Material atheism

In hmolscience, material atheism, or “materialistic atheism”, is a belief system based, NOT based on the existence of god, but on either matter and motion (Holbach, 1770), force and matter (Buchner, 1855), physics generally (Tyndall, 1874), or variations therein.

The following are related quotes:

“Christian men are proved by their writings to have their hours of weakness and of doubt, as well as their hours of strength and of conviction; and men like myself share, in their own way, these variations of mood and tense. Were the religious views of many of my assailants the only alternative ones, I do not know how strong the claims of the doctrine of 'material atheism' upon my allegiance might be. Probably they would be very strong. But, as it is, I have noticed during years of self-observation that it is not in hours of clearness and vigor that this doctrine commends itself to my mind: that in the presence of stronger and healthier thought it ever dissolves and disappears, as offering no solution to the mystery in which we dwell, and of which we form a part.”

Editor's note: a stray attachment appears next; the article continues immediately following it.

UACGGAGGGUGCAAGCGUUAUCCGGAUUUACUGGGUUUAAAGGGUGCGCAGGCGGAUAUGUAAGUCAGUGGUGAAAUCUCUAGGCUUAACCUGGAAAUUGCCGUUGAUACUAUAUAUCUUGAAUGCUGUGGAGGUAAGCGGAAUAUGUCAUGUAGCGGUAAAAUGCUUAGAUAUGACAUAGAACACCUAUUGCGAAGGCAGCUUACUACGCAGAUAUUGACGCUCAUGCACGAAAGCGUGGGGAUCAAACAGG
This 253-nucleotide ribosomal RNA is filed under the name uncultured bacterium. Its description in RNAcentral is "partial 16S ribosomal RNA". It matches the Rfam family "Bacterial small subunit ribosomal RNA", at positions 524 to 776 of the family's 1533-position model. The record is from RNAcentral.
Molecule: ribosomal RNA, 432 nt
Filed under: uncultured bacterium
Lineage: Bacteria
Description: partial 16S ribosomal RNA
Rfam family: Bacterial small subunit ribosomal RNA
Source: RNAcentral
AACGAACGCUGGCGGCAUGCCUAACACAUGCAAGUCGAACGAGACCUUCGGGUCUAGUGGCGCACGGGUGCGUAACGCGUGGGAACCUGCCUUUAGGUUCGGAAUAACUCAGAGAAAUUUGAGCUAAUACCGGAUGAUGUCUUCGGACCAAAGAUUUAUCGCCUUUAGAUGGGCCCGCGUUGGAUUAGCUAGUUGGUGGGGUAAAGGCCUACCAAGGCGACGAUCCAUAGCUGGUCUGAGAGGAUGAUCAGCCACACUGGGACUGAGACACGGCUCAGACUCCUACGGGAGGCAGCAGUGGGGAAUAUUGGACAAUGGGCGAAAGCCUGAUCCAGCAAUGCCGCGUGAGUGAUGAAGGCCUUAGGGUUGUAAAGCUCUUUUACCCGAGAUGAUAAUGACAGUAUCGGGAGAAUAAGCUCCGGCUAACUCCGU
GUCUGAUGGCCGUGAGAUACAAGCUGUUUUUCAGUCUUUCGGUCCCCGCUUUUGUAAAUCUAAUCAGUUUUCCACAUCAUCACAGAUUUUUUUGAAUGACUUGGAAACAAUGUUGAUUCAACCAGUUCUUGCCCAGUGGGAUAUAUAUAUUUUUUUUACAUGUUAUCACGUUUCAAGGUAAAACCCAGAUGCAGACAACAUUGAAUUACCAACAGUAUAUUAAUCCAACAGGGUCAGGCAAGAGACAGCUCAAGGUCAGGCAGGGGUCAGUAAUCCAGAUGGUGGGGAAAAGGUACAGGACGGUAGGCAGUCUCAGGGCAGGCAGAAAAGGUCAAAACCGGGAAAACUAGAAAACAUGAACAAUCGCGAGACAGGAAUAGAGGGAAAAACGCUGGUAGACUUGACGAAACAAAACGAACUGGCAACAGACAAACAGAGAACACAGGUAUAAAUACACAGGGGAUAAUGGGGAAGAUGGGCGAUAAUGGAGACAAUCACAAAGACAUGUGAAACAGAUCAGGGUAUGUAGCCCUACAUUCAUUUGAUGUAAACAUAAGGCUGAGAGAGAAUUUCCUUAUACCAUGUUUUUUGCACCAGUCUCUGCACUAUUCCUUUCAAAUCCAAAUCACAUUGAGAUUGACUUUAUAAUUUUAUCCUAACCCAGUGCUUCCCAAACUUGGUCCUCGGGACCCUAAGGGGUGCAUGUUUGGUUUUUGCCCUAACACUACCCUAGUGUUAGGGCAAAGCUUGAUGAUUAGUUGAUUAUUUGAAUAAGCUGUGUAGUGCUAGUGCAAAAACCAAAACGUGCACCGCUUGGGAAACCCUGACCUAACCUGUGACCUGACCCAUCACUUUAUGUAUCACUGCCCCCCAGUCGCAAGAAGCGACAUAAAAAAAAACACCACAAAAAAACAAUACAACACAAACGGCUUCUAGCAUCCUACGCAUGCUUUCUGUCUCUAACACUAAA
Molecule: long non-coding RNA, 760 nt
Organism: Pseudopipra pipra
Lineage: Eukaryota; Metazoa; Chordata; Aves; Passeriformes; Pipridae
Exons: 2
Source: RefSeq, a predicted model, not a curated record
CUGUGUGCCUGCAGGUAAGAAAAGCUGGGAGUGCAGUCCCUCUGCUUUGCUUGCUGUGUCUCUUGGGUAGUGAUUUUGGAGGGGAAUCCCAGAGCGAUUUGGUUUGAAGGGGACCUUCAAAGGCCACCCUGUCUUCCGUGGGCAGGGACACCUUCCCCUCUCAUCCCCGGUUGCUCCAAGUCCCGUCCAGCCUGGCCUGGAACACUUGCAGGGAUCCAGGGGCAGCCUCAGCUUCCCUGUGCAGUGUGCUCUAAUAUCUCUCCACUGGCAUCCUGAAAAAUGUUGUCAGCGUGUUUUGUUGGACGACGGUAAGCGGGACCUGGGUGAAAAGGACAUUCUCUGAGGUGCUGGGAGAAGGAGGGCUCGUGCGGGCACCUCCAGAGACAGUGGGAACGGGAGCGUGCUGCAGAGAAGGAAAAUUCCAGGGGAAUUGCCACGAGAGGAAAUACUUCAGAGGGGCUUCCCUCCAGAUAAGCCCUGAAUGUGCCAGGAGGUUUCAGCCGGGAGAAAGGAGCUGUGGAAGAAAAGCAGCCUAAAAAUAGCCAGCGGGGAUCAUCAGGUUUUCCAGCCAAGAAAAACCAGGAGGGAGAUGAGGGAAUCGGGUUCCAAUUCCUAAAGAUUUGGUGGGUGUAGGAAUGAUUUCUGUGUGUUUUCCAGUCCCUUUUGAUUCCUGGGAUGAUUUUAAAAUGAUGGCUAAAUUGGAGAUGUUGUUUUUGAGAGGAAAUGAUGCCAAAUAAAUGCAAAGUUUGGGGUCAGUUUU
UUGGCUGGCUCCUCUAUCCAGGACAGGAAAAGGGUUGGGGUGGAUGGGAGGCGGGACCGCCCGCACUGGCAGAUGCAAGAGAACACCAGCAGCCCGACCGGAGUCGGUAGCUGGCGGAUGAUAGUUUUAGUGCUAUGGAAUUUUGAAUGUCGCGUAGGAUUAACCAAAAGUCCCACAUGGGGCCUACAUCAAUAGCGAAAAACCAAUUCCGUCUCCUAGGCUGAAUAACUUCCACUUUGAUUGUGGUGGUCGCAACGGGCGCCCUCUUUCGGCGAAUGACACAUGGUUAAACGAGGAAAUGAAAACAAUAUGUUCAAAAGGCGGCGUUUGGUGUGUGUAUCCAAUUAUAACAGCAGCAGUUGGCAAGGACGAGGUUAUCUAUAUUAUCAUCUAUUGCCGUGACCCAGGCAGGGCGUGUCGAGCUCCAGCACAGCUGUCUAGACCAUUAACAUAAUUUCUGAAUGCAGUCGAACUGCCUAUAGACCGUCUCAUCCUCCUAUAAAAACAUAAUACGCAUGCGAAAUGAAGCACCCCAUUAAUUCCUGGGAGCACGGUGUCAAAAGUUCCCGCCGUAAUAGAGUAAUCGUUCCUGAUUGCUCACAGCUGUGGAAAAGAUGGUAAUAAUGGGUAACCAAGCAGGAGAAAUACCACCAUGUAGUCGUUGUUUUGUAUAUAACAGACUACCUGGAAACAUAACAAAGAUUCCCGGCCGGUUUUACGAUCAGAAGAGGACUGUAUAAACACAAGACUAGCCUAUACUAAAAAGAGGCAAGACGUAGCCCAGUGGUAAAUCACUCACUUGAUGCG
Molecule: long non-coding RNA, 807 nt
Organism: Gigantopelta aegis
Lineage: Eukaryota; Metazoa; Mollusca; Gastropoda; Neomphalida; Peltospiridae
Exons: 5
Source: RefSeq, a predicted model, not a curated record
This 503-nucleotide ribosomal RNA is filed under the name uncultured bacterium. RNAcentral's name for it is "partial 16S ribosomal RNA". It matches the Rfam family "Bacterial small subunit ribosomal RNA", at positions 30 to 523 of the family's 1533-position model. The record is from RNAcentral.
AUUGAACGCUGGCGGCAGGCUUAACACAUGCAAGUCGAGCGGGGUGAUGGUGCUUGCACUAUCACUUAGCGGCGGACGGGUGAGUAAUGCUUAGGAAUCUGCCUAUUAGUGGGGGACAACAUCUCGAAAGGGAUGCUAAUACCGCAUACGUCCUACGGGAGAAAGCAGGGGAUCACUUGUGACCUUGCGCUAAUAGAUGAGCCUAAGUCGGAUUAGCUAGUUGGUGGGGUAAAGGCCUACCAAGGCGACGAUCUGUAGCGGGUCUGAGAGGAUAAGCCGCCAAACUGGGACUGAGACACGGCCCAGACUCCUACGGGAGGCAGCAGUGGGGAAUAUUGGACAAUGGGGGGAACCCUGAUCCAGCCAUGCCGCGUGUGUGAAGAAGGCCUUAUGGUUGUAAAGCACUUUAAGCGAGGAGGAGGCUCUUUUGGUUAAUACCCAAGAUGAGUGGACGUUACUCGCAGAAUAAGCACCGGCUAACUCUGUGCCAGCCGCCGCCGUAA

John Tyndall (1874), response in regards to the charge of atheism, following his BAAS address [1]

“The logical heir of Baconianism is material atheism; to Milton, atheism was a philosophical absurdity.”
— John Broadbent (1973), John Milton: Introductions (pg. 123)

See also
● Political atheism
● Epicurean atheism
● Thimsian atheism

1. (a) Tyndall, John. (1874). “Address”, Delivered before the British Association assembled at Belfast. Longmans, Green, and Co.
(b) Anon. (1874). “Professor Tyndall and ‘Materialistic Atheism’” (ΡΊ), The English Mechanic and World of Science and Art, Oct 2.

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